The findings come from a new study which investigates the relationship between TV and social media usage from Viacom, called When Networks Network: TV Gets Social .
The report revealed three key types of motivations leading fans to engage in TV-related social media activities: functional, communal and playful, with the former proving most popular.
Function trumps all other motivating factors when it comes to TV-related social media use, with viewers more interested in the experiences and content offered by networks and TV shows than communicating with others on social media.
Around 45% of viewers use social media to keep up with the latest show news, while 44% use it to stay informed about air dates and times and 37% use it to access exclusive show information (36% use it to access video and plot clues).
Perhaps surprisingly, functional motives are stronger for teens and young adults with viewers 13 to 17 most likely to use social media to search for show schedules.
Christian Kurz, VP of research insights and reporting for Viacom said: “Globally social media is becoming today’s version of a TV guide for viewers – it is really how they prefer to get their information about the shows they watch”.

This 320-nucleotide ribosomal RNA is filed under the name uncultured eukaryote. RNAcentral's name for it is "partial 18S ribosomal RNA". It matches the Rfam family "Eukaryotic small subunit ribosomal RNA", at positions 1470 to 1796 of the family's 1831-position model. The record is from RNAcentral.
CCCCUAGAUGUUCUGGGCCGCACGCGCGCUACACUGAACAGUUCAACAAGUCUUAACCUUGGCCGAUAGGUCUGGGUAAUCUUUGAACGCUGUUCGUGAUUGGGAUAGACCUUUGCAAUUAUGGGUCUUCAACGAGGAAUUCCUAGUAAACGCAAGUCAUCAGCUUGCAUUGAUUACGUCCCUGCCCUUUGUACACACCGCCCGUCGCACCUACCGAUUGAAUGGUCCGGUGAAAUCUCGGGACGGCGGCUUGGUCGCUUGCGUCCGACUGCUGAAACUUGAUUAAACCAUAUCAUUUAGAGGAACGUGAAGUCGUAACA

Communal factors are the second most common reason for engaging in TV-related social media use. Viewers use social media to share taste (34%), connect with the show (28%) and connect with other fans (28%).
Around 24% of viewers use social media to play games, win rewards and engage in polls and quizzes to do with TV shows. Over 30% said they played TV show-related games on a weekly basis.
Social media is also a source of show discovery, with 39% of viewers saying they used it to find out about new programs. It was not as effective as promos (54%) and word of mouth (50%) however.
Nevertheless the findings revealed that social media-fueled show discovery uniquely and postiviely impacts live tune-in with viewers significantly more likely to watch a show premiere on live TV when that show is discovered via social media.
Around 70% of viewers are more likely to watch the live debut of a show that was discovered on social media, versus 48% live if it was discovered elsewhere.
41% are likely to watch a show live past its first season if the show was discovered on social media, versus 28% live if it was discovered elsewhere.